Remote work has brought with it an array of changes. The most significant has of course been the increased prominence of flexibility in the workplace. Remote work has fundamentally changed the way we live, work and think. Yet, both positive and negative consequences have arisen with this new way of working.
Remote work gives way to the possibility of loneliness and compromised company culture. But studies show that it also increases productivity levels and improves staff wellbeing. The way organisations analyse and assess how well their staff are doing also changed – some employers had to rethink how they could adequately gauge how hard their employees work, without being able to see them in-person.
Ultimately, the flexibility associated with remote work has given way for people to work in a way to fit their unique wants and needs – which can enhance equality in the workplace. However, when employers look at factors outside of performance to assess employees, this can lead to bias and inequality in the workplace. Here’s why...
Staff have unique needs
Remote work allows access to a diverse talent pool – for employees from distant locations or who need a more flexible schedule to devote time to caregiving. For example, remote work allows caregivers – who are primarily women – to have flexibility and space to do a school run.
More flexibility in the workplace enables staff to work in accordance with their unique needs. Factors that impact marginalised groups, such as needing to pick up children from school or living far away from the office, aren’t noticeable during remote work. This can be beneficial to these employees who can often be judged for prioritising other aspects of life other than work.
Without realising it, employers consider factors that don’t necessarily accurately show how well an employee is doing, into their analysis of productivity. This can lead to unconscious discrimination as things like proximity bias – a workplace tendency where leaders give preferential treatment to in-office workers – can hinder employees from marginalised backgrounds and those who choose to work from home.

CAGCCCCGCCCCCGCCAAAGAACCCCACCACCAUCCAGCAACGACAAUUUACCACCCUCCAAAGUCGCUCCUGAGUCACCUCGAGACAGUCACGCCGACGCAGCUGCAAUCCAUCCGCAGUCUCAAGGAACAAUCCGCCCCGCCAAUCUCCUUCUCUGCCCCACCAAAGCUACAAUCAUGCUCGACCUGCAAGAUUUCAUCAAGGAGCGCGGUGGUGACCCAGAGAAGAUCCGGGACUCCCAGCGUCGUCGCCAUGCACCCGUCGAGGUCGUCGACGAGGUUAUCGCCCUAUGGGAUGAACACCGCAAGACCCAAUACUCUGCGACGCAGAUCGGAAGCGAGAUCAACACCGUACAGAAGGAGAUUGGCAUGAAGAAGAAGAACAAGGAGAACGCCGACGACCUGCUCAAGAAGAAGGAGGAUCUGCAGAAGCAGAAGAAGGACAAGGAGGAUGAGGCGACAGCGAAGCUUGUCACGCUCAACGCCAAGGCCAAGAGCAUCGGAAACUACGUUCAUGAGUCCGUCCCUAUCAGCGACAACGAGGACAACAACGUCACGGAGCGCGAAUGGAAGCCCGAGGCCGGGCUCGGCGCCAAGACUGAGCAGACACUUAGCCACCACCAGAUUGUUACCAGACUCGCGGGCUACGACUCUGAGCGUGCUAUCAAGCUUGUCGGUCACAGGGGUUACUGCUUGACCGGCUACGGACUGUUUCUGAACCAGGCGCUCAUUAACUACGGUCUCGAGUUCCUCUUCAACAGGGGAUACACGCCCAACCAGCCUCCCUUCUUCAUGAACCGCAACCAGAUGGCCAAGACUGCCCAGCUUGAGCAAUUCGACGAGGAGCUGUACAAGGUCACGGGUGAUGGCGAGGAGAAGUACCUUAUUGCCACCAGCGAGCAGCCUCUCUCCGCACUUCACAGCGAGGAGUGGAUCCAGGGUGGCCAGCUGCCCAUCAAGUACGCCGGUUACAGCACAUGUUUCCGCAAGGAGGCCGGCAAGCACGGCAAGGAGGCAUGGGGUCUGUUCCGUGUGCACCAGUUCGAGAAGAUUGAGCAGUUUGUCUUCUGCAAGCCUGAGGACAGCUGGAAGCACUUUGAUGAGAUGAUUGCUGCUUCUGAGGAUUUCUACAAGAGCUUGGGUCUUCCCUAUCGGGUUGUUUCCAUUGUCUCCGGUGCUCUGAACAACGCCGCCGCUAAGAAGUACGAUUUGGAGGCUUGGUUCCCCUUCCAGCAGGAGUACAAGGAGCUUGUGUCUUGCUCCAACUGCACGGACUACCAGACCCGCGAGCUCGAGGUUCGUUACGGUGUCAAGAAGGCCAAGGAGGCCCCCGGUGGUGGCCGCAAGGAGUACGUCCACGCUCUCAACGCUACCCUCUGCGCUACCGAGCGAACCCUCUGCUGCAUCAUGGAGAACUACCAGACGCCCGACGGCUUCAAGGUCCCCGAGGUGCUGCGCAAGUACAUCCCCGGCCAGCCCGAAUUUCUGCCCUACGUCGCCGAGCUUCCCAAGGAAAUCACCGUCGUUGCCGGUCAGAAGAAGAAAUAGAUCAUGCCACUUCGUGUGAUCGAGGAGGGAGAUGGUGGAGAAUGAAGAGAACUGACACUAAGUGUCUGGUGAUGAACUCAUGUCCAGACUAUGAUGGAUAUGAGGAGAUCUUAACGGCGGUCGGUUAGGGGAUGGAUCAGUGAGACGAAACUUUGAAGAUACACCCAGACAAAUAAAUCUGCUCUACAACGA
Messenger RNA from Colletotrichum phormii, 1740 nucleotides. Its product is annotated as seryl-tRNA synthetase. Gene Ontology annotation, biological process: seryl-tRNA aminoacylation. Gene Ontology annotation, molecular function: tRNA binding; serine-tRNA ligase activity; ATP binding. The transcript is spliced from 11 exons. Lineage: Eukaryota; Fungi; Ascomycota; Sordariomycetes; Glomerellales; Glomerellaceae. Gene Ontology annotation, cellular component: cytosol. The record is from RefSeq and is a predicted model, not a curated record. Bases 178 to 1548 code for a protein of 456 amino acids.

This is based on an assumption that employees who show their face at work, and who are more present, are harder workers. Typically, employees could indicate their devotion to their job through working long hours or appearing more present to their employer. With remote work, this is a lot harder to do, and those who have the capability to work overtime or go into the office might be favourited by managers if employers don’t ensure equality. Clearly, remote work can have both positive and negative effects for employees from more diverse backgrounds.
This can lead to unconscious discrimination as things like proximity bias – a workplace tendency where leaders give preferential treatment to in-office workers – can hinder employees from marginalised backgrounds and those who choose to work from home
However, assessing employees based on their performance only, as opposed to considering these other factors, is a way of combating this. This is important considering one-in-four parents say their commitment to their job has been questioned by their employer because of their caretaking responsibilities.
Helen Sachdev, working parent expert and Director at WOMBA (Work, Me and the Baby), says: “Many working mums restrict their parenting identity and the challenges they face through fear of being judged negatively, for example as incompetent or incapable. One mum told us that she keeps her camera off during remote meetings because she fears being perceived as disengaged from work.